"Maine is at the forefront of addressing the legal needs of low- income Mainers," Sally Sutton, executive coordinator of JAG, said Tuesday. "But three out of four people still don't have access to legal services. The people at this meeting recognize something has to happen to change that. The question is how do we close that gap."
The state provides an attorney to low-income defendants charged in criminal cases who could face jail time. Mainers involved in civil litigation have no such constitutional right, but legal aid agencies such as Pine Tree Legal Assistance and Legal Services for the Elderly do offer free legal service to one out of four individuals and families whose incomes are at 200 percent of the federal poverty guidelines or below. According to information provided by JAG, about one-third of the state's residents qualify for free legal assistance, but there simply aren't enough services to meet the need.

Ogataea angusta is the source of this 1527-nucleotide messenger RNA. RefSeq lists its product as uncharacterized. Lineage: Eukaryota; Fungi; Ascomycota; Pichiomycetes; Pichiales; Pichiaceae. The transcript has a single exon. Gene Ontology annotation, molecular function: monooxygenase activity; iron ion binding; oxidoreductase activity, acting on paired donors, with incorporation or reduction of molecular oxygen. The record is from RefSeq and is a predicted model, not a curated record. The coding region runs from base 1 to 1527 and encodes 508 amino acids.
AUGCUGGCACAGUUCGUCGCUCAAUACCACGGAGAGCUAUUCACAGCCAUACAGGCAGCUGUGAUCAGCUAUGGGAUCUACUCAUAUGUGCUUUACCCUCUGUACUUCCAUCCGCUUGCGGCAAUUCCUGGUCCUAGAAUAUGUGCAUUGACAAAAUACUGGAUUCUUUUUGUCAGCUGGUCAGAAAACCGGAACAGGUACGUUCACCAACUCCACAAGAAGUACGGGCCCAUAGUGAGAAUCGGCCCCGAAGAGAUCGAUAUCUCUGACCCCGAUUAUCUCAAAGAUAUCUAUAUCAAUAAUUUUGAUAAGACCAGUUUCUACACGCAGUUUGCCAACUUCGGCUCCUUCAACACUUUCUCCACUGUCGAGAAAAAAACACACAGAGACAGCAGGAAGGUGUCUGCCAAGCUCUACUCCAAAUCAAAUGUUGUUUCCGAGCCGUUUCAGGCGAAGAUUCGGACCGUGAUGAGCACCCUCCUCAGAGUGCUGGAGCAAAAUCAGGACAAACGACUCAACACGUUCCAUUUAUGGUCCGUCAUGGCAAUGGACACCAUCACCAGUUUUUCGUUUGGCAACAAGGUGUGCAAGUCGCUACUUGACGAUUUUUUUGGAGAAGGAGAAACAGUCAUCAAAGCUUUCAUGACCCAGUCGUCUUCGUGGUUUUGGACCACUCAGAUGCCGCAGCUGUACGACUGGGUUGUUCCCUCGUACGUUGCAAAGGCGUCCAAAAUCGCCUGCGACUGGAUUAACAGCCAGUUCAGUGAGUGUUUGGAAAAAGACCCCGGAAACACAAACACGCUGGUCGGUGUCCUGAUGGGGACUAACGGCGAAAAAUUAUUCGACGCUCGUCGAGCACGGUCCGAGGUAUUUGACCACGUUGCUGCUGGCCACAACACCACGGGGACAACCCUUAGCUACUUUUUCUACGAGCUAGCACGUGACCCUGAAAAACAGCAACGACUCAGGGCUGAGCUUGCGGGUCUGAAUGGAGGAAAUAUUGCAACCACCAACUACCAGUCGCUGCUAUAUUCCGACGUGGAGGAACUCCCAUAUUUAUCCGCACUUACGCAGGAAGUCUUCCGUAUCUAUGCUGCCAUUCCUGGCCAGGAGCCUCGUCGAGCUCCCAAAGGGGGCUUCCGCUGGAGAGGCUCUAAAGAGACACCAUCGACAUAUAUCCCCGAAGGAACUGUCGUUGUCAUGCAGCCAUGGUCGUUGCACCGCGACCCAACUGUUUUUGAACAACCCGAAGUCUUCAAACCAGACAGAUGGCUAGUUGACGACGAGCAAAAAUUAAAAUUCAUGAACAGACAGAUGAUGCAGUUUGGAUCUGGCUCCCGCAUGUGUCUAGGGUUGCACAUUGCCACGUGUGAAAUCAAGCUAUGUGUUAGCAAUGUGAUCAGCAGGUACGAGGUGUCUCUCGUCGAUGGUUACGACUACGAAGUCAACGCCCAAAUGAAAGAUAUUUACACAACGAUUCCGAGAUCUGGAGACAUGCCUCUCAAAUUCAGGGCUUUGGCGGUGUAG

Today, 41 percent, or $2.7 million of the $6.6 million spent annually for civil legal aid in Maine, comes from Washington, D.C. The state contributes more than $800,000, or 12 percent; court fees and fines make up about $950,000, or 14 percent; more than $1 million, or 16 percent, comes from private grants and contributions; and the rest of the funding coming from contributions from lawyers and the interest on money lawyers hold in trust for clients.
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